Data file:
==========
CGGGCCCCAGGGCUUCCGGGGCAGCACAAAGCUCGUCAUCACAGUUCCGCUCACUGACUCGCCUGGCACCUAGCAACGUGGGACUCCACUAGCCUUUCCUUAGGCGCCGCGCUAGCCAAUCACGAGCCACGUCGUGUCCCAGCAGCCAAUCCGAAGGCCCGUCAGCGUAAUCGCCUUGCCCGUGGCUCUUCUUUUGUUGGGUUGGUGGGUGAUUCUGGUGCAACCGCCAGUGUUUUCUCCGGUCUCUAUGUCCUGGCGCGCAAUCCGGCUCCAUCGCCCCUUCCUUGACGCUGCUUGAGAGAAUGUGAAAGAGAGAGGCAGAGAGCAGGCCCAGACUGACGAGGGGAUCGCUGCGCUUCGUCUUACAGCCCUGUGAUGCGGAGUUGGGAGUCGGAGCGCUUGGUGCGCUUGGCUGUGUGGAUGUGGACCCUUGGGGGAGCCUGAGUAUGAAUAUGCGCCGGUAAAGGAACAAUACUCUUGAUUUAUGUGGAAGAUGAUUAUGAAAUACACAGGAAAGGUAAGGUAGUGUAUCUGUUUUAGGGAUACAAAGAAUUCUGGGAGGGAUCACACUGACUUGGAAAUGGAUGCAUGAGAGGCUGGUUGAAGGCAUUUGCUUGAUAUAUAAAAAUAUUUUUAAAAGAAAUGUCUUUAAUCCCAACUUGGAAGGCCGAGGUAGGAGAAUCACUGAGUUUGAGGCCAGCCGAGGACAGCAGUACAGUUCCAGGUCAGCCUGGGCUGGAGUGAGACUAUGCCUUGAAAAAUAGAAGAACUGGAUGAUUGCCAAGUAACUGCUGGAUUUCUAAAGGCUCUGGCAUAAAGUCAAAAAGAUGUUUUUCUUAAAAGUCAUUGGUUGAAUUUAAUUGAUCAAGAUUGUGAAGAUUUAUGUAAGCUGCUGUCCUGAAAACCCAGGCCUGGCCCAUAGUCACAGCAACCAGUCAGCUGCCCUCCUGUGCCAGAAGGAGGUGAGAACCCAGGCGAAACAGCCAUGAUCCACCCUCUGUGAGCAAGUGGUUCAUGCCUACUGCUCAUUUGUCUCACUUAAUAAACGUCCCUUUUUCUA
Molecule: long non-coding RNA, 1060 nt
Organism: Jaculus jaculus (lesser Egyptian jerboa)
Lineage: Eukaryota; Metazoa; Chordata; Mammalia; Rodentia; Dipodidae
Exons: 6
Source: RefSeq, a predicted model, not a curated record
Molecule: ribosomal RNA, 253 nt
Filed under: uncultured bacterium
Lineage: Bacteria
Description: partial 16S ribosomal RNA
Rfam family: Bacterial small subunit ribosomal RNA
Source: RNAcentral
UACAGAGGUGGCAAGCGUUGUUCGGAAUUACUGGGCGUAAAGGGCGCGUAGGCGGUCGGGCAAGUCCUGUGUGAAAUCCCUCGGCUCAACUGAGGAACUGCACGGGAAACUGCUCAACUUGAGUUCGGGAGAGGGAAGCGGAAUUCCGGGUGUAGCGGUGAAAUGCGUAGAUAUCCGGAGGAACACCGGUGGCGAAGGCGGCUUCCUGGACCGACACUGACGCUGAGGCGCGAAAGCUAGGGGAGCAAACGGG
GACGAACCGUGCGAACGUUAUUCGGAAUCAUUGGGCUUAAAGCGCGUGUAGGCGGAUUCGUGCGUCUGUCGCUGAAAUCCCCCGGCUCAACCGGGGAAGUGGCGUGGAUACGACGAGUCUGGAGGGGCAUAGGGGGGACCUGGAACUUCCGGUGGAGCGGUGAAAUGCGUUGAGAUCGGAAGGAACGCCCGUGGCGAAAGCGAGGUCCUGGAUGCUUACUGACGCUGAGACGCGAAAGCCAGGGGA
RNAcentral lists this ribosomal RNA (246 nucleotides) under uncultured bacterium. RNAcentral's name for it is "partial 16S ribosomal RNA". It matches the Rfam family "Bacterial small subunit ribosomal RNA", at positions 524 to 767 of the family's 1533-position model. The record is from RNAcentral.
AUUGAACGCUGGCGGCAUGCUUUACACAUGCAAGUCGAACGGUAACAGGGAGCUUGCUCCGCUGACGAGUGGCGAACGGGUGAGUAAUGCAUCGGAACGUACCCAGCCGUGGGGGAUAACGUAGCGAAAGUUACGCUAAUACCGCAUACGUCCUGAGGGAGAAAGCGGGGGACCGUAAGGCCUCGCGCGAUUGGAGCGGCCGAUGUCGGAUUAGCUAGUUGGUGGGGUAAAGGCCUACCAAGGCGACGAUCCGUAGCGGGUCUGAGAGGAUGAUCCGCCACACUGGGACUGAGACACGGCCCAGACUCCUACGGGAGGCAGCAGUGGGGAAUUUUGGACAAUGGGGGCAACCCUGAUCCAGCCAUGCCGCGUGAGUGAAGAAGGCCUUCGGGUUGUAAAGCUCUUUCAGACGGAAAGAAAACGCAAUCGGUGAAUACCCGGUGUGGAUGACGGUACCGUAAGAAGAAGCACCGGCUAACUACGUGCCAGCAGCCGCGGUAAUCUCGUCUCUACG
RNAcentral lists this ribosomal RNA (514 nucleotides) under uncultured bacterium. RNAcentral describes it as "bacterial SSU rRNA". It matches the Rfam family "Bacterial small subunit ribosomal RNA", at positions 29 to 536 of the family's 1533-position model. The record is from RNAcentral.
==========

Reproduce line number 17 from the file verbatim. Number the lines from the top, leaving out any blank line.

RNAcentral lists this ribosomal RNA (514 nucleotides) under uncultured bacterium. RNAcentral describes it as "bacterial SSU rRNA". It matches the Rfam family "Bacterial small subunit ribosomal RNA", at positions 29 to 536 of the family's 1533-position model. The record is from RNAcentral.